The embezzlement scheme Russell is linked to lasted from May 2010 to April 2012, according to court documents.
Russell set up a sham corporation called Regional Medical & First Responder Supply Connection and arranged a mail drop and bank account in the company's name that he had access to, court documents say. The company is not listed in the N.C. Secretary of State's records.
According to the documents, Russell submitted bogus invoices from Regional Medical for equipment and services that were never used. The invoices were generally small, under $5,000, which helped Russell avoid detection, a fire official who approved some of the invoices said.
"We run a lot of calls, and running two ambulances like we do for transport, it's very expensive to operate, so when the bills came in, it just looked like it was day-to-day operations," said Jerry Mullis, the chairman of the Mint Hill Volunteer Fire Department's board of directors. "You put your trust in people. It's what we've done for almost 60 years. I'm chairman of the board of directors. I sign the checks. I see the invoices. It was just not questionable."
Mullis said the department has significantly revised its processes for paying for equipment and receiving goods. He said fire service was never affected. Mint Hill Mayor Ted Biggers did not return messages seeking comment.
Russell was hired as a paramedic in the summer of 1994. The father of four lived in a modest one-story home and doted on his mother, Mullis said.
As chief, Russell oversaw a department that is mostly volunteers, although the town pays for five full-time employees on each shift. The department also receives contributions from citizens and money from Mecklenburg County.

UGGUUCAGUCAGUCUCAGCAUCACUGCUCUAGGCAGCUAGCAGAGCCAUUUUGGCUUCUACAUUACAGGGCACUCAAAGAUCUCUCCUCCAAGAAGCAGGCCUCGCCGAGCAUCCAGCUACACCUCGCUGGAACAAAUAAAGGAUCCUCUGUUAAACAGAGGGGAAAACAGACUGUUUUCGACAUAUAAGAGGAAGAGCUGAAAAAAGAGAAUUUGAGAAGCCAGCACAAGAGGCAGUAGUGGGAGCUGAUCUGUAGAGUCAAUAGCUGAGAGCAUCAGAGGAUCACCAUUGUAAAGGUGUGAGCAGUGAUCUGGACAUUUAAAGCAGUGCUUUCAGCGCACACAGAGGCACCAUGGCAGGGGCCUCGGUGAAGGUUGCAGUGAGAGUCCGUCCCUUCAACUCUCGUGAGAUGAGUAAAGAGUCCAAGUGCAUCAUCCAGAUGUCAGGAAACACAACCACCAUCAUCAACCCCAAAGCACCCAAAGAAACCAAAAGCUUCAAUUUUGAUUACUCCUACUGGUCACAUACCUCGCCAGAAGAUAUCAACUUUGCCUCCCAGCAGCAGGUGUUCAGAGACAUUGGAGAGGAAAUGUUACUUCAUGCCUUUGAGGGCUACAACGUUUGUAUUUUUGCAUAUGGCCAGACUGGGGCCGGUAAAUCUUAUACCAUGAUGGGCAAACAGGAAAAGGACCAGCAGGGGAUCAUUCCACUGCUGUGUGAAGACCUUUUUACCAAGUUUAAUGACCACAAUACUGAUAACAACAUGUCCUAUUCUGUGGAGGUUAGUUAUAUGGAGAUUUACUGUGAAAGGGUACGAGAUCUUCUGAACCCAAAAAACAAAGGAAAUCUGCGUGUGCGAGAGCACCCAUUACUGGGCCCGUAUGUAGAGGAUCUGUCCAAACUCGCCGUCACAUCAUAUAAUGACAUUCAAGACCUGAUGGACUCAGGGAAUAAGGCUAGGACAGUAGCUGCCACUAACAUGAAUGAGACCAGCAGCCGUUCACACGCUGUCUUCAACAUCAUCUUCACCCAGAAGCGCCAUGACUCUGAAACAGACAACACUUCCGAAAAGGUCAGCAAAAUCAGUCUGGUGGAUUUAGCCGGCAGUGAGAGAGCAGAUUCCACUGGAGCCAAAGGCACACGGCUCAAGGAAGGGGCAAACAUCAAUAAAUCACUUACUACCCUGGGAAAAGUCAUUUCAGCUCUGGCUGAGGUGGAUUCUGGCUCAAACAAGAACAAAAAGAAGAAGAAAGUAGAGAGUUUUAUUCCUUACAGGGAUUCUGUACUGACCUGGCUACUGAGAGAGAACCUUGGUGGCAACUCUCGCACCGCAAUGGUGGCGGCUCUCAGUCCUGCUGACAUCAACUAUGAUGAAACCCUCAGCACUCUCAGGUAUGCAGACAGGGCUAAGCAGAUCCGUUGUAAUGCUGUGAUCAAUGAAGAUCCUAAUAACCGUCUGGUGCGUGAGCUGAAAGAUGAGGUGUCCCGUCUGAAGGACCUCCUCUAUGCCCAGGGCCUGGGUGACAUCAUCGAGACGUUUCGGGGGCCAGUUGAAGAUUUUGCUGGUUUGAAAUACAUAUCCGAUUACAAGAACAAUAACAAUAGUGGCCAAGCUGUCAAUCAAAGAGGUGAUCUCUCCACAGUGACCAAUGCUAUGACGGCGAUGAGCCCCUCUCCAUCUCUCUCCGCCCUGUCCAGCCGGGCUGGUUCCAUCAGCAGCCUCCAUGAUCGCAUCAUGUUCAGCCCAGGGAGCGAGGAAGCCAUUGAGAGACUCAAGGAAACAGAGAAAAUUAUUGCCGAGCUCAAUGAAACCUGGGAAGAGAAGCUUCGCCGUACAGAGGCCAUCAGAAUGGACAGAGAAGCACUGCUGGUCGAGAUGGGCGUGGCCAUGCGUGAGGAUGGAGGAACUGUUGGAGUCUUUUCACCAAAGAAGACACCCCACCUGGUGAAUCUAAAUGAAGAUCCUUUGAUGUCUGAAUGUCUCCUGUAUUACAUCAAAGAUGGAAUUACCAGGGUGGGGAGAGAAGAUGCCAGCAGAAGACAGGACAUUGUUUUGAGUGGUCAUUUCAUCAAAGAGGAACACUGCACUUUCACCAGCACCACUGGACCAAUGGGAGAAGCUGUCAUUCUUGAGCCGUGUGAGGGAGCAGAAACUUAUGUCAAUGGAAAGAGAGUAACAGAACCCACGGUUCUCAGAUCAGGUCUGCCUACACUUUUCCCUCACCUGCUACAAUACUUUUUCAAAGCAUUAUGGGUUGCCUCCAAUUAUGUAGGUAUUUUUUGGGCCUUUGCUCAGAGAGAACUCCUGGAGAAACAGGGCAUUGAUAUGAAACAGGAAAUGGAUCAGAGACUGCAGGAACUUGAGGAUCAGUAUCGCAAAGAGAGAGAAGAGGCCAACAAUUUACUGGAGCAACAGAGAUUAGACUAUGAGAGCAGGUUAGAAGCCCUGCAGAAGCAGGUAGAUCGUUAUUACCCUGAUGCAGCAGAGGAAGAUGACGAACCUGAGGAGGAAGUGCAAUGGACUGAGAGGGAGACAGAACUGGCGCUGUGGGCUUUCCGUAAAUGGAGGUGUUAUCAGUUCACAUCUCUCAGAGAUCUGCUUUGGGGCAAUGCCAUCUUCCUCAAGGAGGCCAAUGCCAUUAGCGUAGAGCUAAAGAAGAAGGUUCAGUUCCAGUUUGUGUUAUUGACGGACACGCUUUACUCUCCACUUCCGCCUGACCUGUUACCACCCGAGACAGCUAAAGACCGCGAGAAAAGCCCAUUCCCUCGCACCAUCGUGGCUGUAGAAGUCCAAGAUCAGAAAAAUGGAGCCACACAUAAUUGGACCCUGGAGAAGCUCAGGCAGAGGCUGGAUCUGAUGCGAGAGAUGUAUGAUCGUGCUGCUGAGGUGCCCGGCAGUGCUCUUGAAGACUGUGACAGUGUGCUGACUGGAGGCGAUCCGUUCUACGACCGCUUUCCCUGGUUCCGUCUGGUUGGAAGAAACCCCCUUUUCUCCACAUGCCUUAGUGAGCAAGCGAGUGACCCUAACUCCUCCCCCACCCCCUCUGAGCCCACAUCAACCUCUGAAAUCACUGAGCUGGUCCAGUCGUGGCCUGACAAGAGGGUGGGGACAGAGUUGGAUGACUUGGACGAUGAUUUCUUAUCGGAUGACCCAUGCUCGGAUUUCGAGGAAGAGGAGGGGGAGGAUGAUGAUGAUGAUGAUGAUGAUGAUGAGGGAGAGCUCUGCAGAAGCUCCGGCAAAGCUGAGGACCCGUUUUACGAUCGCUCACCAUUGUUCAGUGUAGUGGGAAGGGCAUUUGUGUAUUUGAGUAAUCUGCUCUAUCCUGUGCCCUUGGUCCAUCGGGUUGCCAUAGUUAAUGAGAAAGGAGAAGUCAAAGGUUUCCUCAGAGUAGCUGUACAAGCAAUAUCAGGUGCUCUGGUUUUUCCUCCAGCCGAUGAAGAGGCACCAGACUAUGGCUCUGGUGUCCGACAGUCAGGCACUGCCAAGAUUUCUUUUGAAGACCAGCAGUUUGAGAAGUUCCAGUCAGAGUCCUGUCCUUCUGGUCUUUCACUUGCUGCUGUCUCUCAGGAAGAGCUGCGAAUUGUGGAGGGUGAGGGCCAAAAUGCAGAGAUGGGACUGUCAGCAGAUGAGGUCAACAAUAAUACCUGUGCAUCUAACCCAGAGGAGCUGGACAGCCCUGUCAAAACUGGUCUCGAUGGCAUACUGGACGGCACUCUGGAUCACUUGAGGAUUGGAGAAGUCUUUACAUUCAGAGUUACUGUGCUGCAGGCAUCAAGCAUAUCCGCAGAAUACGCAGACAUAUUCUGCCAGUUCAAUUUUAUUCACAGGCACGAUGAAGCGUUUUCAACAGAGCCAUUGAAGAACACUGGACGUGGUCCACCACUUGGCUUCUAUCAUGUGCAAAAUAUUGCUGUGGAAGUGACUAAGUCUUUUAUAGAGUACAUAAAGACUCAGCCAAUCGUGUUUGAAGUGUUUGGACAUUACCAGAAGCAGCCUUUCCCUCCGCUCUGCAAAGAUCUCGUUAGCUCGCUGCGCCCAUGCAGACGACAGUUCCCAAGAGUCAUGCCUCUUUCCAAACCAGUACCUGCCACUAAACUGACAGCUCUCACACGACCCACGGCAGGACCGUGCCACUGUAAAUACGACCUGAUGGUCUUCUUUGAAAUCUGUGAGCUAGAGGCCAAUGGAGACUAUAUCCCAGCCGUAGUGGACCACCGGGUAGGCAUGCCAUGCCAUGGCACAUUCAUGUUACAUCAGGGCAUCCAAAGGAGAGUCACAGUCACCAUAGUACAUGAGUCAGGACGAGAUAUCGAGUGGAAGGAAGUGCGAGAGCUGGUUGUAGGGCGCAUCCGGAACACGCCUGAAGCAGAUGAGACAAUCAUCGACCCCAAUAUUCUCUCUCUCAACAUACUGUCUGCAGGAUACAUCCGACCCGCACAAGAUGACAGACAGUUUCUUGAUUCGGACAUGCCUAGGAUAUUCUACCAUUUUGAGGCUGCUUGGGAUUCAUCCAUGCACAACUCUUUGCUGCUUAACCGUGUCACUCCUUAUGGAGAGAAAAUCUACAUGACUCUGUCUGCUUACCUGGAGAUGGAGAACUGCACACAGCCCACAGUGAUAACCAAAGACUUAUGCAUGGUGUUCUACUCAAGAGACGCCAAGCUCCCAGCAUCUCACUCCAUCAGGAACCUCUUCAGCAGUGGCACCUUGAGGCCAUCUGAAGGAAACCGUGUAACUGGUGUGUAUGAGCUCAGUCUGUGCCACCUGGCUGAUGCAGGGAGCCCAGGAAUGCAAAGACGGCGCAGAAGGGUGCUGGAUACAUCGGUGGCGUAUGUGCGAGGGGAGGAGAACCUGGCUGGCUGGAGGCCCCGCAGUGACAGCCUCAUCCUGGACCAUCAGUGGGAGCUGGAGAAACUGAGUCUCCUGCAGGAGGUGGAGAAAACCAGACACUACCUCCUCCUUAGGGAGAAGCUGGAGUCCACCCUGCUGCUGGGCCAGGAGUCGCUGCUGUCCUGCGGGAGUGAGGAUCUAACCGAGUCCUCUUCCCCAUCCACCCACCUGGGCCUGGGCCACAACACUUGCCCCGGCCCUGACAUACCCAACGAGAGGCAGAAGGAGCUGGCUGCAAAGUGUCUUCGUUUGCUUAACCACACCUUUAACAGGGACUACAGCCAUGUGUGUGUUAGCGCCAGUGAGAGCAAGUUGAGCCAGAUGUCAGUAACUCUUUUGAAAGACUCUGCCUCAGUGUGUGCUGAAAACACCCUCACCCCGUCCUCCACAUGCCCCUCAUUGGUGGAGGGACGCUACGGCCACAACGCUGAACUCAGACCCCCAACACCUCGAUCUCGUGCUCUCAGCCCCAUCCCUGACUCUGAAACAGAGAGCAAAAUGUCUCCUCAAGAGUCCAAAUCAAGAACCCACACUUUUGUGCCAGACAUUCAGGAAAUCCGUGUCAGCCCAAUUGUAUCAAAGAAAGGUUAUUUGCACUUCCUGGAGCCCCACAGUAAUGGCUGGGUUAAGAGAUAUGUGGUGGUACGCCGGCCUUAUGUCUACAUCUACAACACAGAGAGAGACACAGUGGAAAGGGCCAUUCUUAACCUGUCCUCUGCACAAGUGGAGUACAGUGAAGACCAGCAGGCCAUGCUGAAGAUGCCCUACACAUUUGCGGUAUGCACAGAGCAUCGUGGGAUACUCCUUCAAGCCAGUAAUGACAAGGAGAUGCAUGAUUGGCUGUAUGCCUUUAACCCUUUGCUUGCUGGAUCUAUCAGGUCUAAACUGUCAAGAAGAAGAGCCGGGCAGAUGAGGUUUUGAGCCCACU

Russell has been credited with helping improve the quality of the fire department. He can be seen at the center of a 2007 Charlotte Observer photograph, holding an oversized check for $14,147 slated to furnish a new training room and education library for firefighters.
In 2008, he sat on a committee to interview applicants to be police chief.
This past spring he told the Mint Hill town commissioners that the department needed money for several more full-time employees to ensure adequate coverage of all three shifts.
Mint Hill officials and federal authorities have not released the subpoena charging Russell, so it's unclear when investigators or town officials suspected something was wrong.
But late last winter, town commissioners held three closed-door meetings about Russell, although officials wouldn't discuss details. Russell was put on disciplinary suspension April 13 and resigned later that day. Staff researcher Maria David contributed.
Written by The Charlotte Observer